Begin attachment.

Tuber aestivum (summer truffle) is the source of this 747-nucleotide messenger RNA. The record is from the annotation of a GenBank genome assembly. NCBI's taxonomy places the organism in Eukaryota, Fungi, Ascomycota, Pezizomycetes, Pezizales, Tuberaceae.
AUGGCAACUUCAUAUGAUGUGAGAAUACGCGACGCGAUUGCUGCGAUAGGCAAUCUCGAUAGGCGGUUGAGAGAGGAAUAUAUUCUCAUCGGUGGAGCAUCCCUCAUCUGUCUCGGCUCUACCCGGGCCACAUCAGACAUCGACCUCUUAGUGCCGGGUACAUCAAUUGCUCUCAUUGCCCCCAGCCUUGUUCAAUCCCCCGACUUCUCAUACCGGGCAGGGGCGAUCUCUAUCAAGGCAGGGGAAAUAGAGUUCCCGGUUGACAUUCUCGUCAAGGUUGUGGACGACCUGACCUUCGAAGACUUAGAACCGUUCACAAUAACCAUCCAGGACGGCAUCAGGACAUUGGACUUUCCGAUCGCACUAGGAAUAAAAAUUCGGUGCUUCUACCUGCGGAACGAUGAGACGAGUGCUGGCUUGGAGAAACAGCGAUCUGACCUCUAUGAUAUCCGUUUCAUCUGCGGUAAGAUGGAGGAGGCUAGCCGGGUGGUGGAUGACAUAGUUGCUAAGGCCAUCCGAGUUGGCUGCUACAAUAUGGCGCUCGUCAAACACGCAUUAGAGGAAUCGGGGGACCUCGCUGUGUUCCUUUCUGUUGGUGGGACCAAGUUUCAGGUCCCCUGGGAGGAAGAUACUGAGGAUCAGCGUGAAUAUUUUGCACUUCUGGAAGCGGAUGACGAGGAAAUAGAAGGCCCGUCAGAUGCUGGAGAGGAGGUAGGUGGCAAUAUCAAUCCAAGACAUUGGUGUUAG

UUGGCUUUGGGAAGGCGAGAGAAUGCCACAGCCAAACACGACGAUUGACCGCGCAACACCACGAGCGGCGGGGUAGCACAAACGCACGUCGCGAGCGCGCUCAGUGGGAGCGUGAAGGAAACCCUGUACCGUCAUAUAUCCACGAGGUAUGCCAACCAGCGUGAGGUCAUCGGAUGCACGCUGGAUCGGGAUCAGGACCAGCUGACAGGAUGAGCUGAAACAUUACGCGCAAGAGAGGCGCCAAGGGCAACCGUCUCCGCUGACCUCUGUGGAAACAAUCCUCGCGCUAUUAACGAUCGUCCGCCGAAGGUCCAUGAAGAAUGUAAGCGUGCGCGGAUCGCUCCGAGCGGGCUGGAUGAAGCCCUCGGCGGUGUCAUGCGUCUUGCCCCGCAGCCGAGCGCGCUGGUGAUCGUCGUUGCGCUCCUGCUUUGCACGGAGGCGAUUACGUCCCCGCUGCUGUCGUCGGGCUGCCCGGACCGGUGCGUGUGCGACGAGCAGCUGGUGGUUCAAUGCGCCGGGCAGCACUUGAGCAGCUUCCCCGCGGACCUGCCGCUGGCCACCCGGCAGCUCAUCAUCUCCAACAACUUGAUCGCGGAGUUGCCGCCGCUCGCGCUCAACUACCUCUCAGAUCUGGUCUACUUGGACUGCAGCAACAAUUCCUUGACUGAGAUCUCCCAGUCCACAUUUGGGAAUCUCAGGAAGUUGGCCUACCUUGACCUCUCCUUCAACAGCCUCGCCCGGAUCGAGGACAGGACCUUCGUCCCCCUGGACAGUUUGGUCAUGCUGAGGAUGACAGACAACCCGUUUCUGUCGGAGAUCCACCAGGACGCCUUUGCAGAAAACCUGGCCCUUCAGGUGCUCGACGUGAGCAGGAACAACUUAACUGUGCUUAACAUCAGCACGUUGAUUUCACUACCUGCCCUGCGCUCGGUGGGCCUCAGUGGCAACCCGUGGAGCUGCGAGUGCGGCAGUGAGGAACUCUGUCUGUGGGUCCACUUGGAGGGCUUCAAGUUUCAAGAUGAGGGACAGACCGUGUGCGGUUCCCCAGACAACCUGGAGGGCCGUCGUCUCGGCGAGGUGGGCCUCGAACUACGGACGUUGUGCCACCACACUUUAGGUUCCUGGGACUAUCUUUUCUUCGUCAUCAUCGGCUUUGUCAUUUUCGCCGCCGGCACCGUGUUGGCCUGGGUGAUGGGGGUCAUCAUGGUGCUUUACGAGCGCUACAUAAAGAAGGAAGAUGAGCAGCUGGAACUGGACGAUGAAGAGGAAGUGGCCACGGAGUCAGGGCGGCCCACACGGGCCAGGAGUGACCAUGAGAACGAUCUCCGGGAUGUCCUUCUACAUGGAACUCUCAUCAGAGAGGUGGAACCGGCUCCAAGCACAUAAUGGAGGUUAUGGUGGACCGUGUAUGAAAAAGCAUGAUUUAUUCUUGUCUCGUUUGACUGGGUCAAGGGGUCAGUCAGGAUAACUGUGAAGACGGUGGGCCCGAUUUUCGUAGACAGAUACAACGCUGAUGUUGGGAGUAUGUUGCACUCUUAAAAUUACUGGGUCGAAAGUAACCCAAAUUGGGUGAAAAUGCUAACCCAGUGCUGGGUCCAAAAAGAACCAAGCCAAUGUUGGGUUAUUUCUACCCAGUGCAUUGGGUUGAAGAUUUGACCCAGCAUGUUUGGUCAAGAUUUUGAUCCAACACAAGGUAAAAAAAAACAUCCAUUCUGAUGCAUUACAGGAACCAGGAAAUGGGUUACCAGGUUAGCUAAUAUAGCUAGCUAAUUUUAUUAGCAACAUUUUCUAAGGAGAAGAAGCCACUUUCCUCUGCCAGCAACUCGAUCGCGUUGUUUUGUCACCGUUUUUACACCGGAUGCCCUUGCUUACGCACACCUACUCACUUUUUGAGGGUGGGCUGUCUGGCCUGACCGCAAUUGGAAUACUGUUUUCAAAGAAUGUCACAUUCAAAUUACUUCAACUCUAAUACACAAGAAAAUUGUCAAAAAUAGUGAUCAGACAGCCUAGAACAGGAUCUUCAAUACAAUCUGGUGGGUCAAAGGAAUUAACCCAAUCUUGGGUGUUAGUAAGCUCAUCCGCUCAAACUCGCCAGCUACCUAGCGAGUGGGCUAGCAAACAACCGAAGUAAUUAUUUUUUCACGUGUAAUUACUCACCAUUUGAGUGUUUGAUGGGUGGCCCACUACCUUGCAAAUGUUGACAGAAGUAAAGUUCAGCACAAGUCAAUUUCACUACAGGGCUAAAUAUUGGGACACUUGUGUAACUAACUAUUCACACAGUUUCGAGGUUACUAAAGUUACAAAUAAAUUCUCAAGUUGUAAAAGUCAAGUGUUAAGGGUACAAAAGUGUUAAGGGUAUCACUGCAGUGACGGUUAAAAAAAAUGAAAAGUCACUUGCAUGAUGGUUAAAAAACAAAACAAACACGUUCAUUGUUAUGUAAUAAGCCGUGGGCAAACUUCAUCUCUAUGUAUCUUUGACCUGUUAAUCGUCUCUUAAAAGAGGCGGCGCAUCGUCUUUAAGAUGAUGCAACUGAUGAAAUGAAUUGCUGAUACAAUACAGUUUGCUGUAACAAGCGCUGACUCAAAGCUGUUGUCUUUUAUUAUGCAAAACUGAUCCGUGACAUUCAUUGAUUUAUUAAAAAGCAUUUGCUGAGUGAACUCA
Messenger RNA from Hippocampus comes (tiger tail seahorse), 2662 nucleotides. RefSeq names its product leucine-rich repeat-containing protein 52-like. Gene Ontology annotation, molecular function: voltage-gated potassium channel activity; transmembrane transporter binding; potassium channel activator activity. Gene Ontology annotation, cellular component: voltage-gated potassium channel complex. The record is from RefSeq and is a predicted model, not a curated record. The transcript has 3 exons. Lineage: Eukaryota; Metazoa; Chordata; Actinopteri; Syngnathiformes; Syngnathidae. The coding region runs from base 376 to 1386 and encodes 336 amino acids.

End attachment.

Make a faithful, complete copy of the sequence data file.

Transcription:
Tuber aestivum (summer truffle) is the source of this 747-nucleotide messenger RNA. The record is from the annotation of a GenBank genome assembly. NCBI's taxonomy places the organism in Eukaryota, Fungi, Ascomycota, Pezizomycetes, Pezizales, Tuberaceae.
AUGGCAACUUCAUAUGAUGUGAGAAUACGCGACGCGAUUGCUGCGAUAGGCAAUCUCGAUAGGCGGUUGAGAGAGGAAUAUAUUCUCAUCGGUGGAGCAUCCCUCAUCUGUCUCGGCUCUACCCGGGCCACAUCAGACAUCGACCUCUUAGUGCCGGGUACAUCAAUUGCUCUCAUUGCCCCCAGCCUUGUUCAAUCCCCCGACUUCUCAUACCGGGCAGGGGCGAUCUCUAUCAAGGCAGGGGAAAUAGAGUUCCCGGUUGACAUUCUCGUCAAGGUUGUGGACGACCUGACCUUCGAAGACUUAGAACCGUUCACAAUAACCAUCCAGGACGGCAUCAGGACAUUGGACUUUCCGAUCGCACUAGGAAUAAAAAUUCGGUGCUUCUACCUGCGGAACGAUGAGACGAGUGCUGGCUUGGAGAAACAGCGAUCUGACCUCUAUGAUAUCCGUUUCAUCUGCGGUAAGAUGGAGGAGGCUAGCCGGGUGGUGGAUGACAUAGUUGCUAAGGCCAUCCGAGUUGGCUGCUACAAUAUGGCGCUCGUCAAACACGCAUUAGAGGAAUCGGGGGACCUCGCUGUGUUCCUUUCUGUUGGUGGGACCAAGUUUCAGGUCCCCUGGGAGGAAGAUACUGAGGAUCAGCGUGAAUAUUUUGCACUUCUGGAAGCGGAUGACGAGGAAAUAGAAGGCCCGUCAGAUGCUGGAGAGGAGGUAGGUGGCAAUAUCAAUCCAAGACAUUGGUGUUAG

UUGGCUUUGGGAAGGCGAGAGAAUGCCACAGCCAAACACGACGAUUGACCGCGCAACACCACGAGCGGCGGGGUAGCACAAACGCACGUCGCGAGCGCGCUCAGUGGGAGCGUGAAGGAAACCCUGUACCGUCAUAUAUCCACGAGGUAUGCCAACCAGCGUGAGGUCAUCGGAUGCACGCUGGAUCGGGAUCAGGACCAGCUGACAGGAUGAGCUGAAACAUUACGCGCAAGAGAGGCGCCAAGGGCAACCGUCUCCGCUGACCUCUGUGGAAACAAUCCUCGCGCUAUUAACGAUCGUCCGCCGAAGGUCCAUGAAGAAUGUAAGCGUGCGCGGAUCGCUCCGAGCGGGCUGGAUGAAGCCCUCGGCGGUGUCAUGCGUCUUGCCCCGCAGCCGAGCGCGCUGGUGAUCGUCGUUGCGCUCCUGCUUUGCACGGAGGCGAUUACGUCCCCGCUGCUGUCGUCGGGCUGCCCGGACCGGUGCGUGUGCGACGAGCAGCUGGUGGUUCAAUGCGCCGGGCAGCACUUGAGCAGCUUCCCCGCGGACCUGCCGCUGGCCACCCGGCAGCUCAUCAUCUCCAACAACUUGAUCGCGGAGUUGCCGCCGCUCGCGCUCAACUACCUCUCAGAUCUGGUCUACUUGGACUGCAGCAACAAUUCCUUGACUGAGAUCUCCCAGUCCACAUUUGGGAAUCUCAGGAAGUUGGCCUACCUUGACCUCUCCUUCAACAGCCUCGCCCGGAUCGAGGACAGGACCUUCGUCCCCCUGGACAGUUUGGUCAUGCUGAGGAUGACAGACAACCCGUUUCUGUCGGAGAUCCACCAGGACGCCUUUGCAGAAAACCUGGCCCUUCAGGUGCUCGACGUGAGCAGGAACAACUUAACUGUGCUUAACAUCAGCACGUUGAUUUCACUACCUGCCCUGCGCUCGGUGGGCCUCAGUGGCAACCCGUGGAGCUGCGAGUGCGGCAGUGAGGAACUCUGUCUGUGGGUCCACUUGGAGGGCUUCAAGUUUCAAGAUGAGGGACAGACCGUGUGCGGUUCCCCAGACAACCUGGAGGGCCGUCGUCUCGGCGAGGUGGGCCUCGAACUACGGACGUUGUGCCACCACACUUUAGGUUCCUGGGACUAUCUUUUCUUCGUCAUCAUCGGCUUUGUCAUUUUCGCCGCCGGCACCGUGUUGGCCUGGGUGAUGGGGGUCAUCAUGGUGCUUUACGAGCGCUACAUAAAGAAGGAAGAUGAGCAGCUGGAACUGGACGAUGAAGAGGAAGUGGCCACGGAGUCAGGGCGGCCCACACGGGCCAGGAGUGACCAUGAGAACGAUCUCCGGGAUGUCCUUCUACAUGGAACUCUCAUCAGAGAGGUGGAACCGGCUCCAAGCACAUAAUGGAGGUUAUGGUGGACCGUGUAUGAAAAAGCAUGAUUUAUUCUUGUCUCGUUUGACUGGGUCAAGGGGUCAGUCAGGAUAACUGUGAAGACGGUGGGCCCGAUUUUCGUAGACAGAUACAACGCUGAUGUUGGGAGUAUGUUGCACUCUUAAAAUUACUGGGUCGAAAGUAACCCAAAUUGGGUGAAAAUGCUAACCCAGUGCUGGGUCCAAAAAGAACCAAGCCAAUGUUGGGUUAUUUCUACCCAGUGCAUUGGGUUGAAGAUUUGACCCAGCAUGUUUGGUCAAGAUUUUGAUCCAACACAAGGUAAAAAAAAACAUCCAUUCUGAUGCAUUACAGGAACCAGGAAAUGGGUUACCAGGUUAGCUAAUAUAGCUAGCUAAUUUUAUUAGCAACAUUUUCUAAGGAGAAGAAGCCACUUUCCUCUGCCAGCAACUCGAUCGCGUUGUUUUGUCACCGUUUUUACACCGGAUGCCCUUGCUUACGCACACCUACUCACUUUUUGAGGGUGGGCUGUCUGGCCUGACCGCAAUUGGAAUACUGUUUUCAAAGAAUGUCACAUUCAAAUUACUUCAACUCUAAUACACAAGAAAAUUGUCAAAAAUAGUGAUCAGACAGCCUAGAACAGGAUCUUCAAUACAAUCUGGUGGGUCAAAGGAAUUAACCCAAUCUUGGGUGUUAGUAAGCUCAUCCGCUCAAACUCGCCAGCUACCUAGCGAGUGGGCUAGCAAACAACCGAAGUAAUUAUUUUUUCACGUGUAAUUACUCACCAUUUGAGUGUUUGAUGGGUGGCCCACUACCUUGCAAAUGUUGACAGAAGUAAAGUUCAGCACAAGUCAAUUUCACUACAGGGCUAAAUAUUGGGACACUUGUGUAACUAACUAUUCACACAGUUUCGAGGUUACUAAAGUUACAAAUAAAUUCUCAAGUUGUAAAAGUCAAGUGUUAAGGGUACAAAAGUGUUAAGGGUAUCACUGCAGUGACGGUUAAAAAAAAUGAAAAGUCACUUGCAUGAUGGUUAAAAAACAAAACAAACACGUUCAUUGUUAUGUAAUAAGCCGUGGGCAAACUUCAUCUCUAUGUAUCUUUGACCUGUUAAUCGUCUCUUAAAAGAGGCGGCGCAUCGUCUUUAAGAUGAUGCAACUGAUGAAAUGAAUUGCUGAUACAAUACAGUUUGCUGUAACAAGCGCUGACUCAAAGCUGUUGUCUUUUAUUAUGCAAAACUGAUCCGUGACAUUCAUUGAUUUAUUAAAAAGCAUUUGCUGAGUGAACUCA
Messenger RNA from Hippocampus comes (tiger tail seahorse), 2662 nucleotides. RefSeq names its product leucine-rich repeat-containing protein 52-like. Gene Ontology annotation, molecular function: voltage-gated potassium channel activity; transmembrane transporter binding; potassium channel activator activity. Gene Ontology annotation, cellular component: voltage-gated potassium channel complex. The record is from RefSeq and is a predicted model, not a curated record. The transcript has 3 exons. Lineage: Eukaryota; Metazoa; Chordata; Actinopteri; Syngnathiformes; Syngnathidae. The coding region runs from base 376 to 1386 and encodes 336 amino acids.